Is He Omnipotent, or Isn’t He?

Is He Omnipotent, or Isn’t He?

I am currently reading a fine book by Frank Lambert entitled Separation of Church and State: Founding Principle of Religious Liberty, (2014, Mercer University Press). In the book, Professor Lambert relates how some Bostonians reacted to Benjamin Franklin’s invention of the lightning rod. At a time when most structures were made of wood, this invention had the potential to save many lives (and of course, it still does today). But some Bostonians opposed the use of lightning rods. John Adams wrote at the time that he was alarmed that many religious persons in his home city thought of lightning as part of God’s supernatural arsenal used to punish those who stray from His laws, and that therefore the use of lightning rods interfered with God’s own use of nature, a belief that could prove fatal. To modern day sensibilities the objection to the use of such a life-saving tool may sound a bit silly, but this kind of thinking still exists among the very pious. Consider the case of HIV/AIDS. Particularly at the beginning of the epidemic, there were those who told us that HIV was God’s way of punishing gay people for their “immoral” sexual practices. (Never mind the fact that heterosexual people sometimes contracted AIDS too; when God throws a thunderbolt, sometimes there’s collateral damage). Many of those people opposed funding to find ways to prevent/cure HIV (or even the distribution of condoms to slow its spread) for the same reason that 18th century religious Bostonians opposed the use of lightning rods: because to do so would interfere with God’s display of righteous vengeance.
This raises an interesting issue beyond the dubious morality of allowing others to suffer needlessly in order to facilitate one’s own supernatural beliefs. To wit: is God omnipotent or isn’t He? Devout Jews, Christians and Moslems all believe their respective gods to be omnipotent, don’t they? If God is omnipotent, how could Benjamin Franklin or anyone else prevent Him from exercising His punitive wrath whenever He felt like it? Couldn’t God have prevented Franklin from inventing the lightning rod in the first place? Couldn’t He render all lightning rods inoperable, or at least those belonging to people He wanted to smite? Or couldn’t God simply choose another way to punish the wicked that wouldn’t be foiled by a lightning rod?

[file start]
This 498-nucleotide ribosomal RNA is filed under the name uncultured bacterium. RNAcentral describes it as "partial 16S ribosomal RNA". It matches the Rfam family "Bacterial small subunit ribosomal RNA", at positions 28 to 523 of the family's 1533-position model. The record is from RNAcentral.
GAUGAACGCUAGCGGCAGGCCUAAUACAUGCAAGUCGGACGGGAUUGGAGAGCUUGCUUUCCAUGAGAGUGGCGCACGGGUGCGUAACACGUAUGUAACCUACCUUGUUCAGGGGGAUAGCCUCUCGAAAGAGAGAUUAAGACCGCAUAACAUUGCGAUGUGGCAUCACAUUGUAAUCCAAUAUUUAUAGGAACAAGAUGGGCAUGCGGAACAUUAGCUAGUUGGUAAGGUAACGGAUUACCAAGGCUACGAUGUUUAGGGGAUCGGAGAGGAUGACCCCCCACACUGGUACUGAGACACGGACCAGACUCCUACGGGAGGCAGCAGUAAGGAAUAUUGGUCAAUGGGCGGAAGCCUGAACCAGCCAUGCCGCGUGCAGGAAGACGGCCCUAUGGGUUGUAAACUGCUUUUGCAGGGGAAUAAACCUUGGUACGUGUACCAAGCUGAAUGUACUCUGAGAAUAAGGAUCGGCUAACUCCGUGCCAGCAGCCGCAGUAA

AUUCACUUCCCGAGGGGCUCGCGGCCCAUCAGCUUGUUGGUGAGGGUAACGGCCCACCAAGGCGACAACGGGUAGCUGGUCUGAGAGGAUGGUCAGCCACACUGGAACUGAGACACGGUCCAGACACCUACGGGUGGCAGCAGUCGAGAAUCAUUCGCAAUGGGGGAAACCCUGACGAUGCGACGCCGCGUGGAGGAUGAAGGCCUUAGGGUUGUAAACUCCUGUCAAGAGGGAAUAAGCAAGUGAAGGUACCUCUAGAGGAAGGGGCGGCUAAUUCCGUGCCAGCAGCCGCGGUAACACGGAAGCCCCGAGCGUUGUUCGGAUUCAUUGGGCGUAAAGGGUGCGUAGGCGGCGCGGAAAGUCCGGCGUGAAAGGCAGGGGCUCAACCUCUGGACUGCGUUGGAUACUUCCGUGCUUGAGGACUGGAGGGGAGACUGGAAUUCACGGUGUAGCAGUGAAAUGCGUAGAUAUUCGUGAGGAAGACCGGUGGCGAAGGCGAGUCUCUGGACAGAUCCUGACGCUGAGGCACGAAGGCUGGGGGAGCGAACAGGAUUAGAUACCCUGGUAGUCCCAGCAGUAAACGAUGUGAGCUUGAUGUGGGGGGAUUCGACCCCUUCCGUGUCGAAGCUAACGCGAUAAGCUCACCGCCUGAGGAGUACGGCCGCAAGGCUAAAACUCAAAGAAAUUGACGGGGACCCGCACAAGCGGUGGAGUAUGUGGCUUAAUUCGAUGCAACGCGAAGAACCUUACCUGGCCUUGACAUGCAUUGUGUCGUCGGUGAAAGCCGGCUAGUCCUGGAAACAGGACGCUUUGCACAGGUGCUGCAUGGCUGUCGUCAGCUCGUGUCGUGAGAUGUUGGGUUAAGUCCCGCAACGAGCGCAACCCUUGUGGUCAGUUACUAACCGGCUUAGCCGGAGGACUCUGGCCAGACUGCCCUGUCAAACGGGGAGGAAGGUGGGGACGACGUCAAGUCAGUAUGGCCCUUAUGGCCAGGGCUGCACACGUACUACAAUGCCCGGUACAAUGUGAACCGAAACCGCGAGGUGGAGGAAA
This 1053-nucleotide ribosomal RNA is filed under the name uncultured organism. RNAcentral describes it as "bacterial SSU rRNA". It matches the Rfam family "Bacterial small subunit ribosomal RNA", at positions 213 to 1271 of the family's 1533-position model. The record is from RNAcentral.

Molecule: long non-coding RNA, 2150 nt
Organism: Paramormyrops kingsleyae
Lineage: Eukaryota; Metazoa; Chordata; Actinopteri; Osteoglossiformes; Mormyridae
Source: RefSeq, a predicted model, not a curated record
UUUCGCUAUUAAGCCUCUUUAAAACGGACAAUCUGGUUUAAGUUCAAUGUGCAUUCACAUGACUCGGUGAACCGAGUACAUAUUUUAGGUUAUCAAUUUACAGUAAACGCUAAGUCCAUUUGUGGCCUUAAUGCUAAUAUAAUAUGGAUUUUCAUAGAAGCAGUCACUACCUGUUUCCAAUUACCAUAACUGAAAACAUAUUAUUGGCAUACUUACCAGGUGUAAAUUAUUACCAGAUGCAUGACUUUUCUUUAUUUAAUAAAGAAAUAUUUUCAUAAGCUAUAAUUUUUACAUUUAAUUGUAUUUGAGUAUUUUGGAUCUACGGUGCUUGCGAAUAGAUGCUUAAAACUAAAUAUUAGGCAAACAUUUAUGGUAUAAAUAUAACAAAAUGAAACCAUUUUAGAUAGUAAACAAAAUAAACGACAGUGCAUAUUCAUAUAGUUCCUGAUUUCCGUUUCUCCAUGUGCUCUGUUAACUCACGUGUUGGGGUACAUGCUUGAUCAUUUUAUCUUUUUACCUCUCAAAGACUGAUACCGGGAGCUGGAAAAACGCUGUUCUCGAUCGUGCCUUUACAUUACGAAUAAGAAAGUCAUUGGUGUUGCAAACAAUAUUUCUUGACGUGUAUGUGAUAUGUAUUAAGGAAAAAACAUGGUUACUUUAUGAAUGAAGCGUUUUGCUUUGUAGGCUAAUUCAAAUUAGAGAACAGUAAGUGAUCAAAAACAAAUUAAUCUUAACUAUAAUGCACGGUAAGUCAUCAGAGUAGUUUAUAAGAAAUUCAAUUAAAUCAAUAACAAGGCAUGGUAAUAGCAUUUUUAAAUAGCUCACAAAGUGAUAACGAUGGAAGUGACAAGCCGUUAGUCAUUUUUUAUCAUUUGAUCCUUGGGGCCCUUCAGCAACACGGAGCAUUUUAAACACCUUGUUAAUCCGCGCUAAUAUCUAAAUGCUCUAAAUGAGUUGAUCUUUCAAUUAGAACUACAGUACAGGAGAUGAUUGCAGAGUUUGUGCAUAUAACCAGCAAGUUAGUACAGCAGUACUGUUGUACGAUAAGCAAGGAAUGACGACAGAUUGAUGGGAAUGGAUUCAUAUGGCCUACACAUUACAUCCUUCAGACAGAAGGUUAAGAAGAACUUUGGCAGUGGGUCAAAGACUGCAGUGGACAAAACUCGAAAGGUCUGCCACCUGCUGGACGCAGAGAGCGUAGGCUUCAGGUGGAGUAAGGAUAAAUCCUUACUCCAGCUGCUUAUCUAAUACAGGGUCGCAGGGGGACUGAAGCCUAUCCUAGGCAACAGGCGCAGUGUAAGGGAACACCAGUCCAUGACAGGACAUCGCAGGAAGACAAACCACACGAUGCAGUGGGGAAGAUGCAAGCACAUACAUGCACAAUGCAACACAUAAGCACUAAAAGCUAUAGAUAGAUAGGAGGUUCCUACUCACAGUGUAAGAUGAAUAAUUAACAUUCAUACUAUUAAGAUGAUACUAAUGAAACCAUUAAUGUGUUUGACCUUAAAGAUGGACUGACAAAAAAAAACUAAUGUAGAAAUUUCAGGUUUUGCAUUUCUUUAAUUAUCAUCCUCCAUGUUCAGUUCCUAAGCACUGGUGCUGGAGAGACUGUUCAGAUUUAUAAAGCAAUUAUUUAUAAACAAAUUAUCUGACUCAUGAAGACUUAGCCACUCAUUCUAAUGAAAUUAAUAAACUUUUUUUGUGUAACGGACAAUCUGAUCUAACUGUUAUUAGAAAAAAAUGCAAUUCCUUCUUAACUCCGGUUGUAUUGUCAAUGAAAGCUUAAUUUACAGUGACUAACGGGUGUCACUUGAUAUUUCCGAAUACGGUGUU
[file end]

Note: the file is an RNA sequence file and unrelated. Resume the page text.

When the terrible Sandy Hook school massacre occurred, Mike Huckabee (don’t laugh, he could be our next president) blamed this tragedy on the fact that the American people had “systematically removed God from schools” which begs the question: how? If God is omnipotent, how could mere humans remove Him from anywhere? (I’m reminded of a story related by the late, great, George Carlin, who told of asking his parish priest “Hey Father, if God is all-powerful, can He make a rock that weighs so much that even He can’t lift it? Gotcha there Father!”). By simple definition, isn’t it impossible to thwart the will of an omnipotent being? So if God is omnipotent, why are believers constantly accusing non-believers of thwarting His will? It’s difficult to find an answer to this question, but perhaps at least some of these true believers are not so certain of their beliefs after all. If they truly believed, they wouldn’t worry about the wicked thwarting God’s will, because they would be secure in their knowledge that such a thing is impossible. Can a God be both omnipotent and in need of protection from heretics? I don’t think so. Perhaps the people who are so adamant about the need to protect God from people/practices/beliefs that defy His supposed will are not the ones with the greatest amount of faith, as they would have us believe, but instead harbor grave doubts that they are afraid to give voice to, or even acknowledge privately to themselves? It is my experience that those who shout their beliefs the loudest and try to impose them on others frequently do so in order to hide their own insecurities about those very same beliefs.

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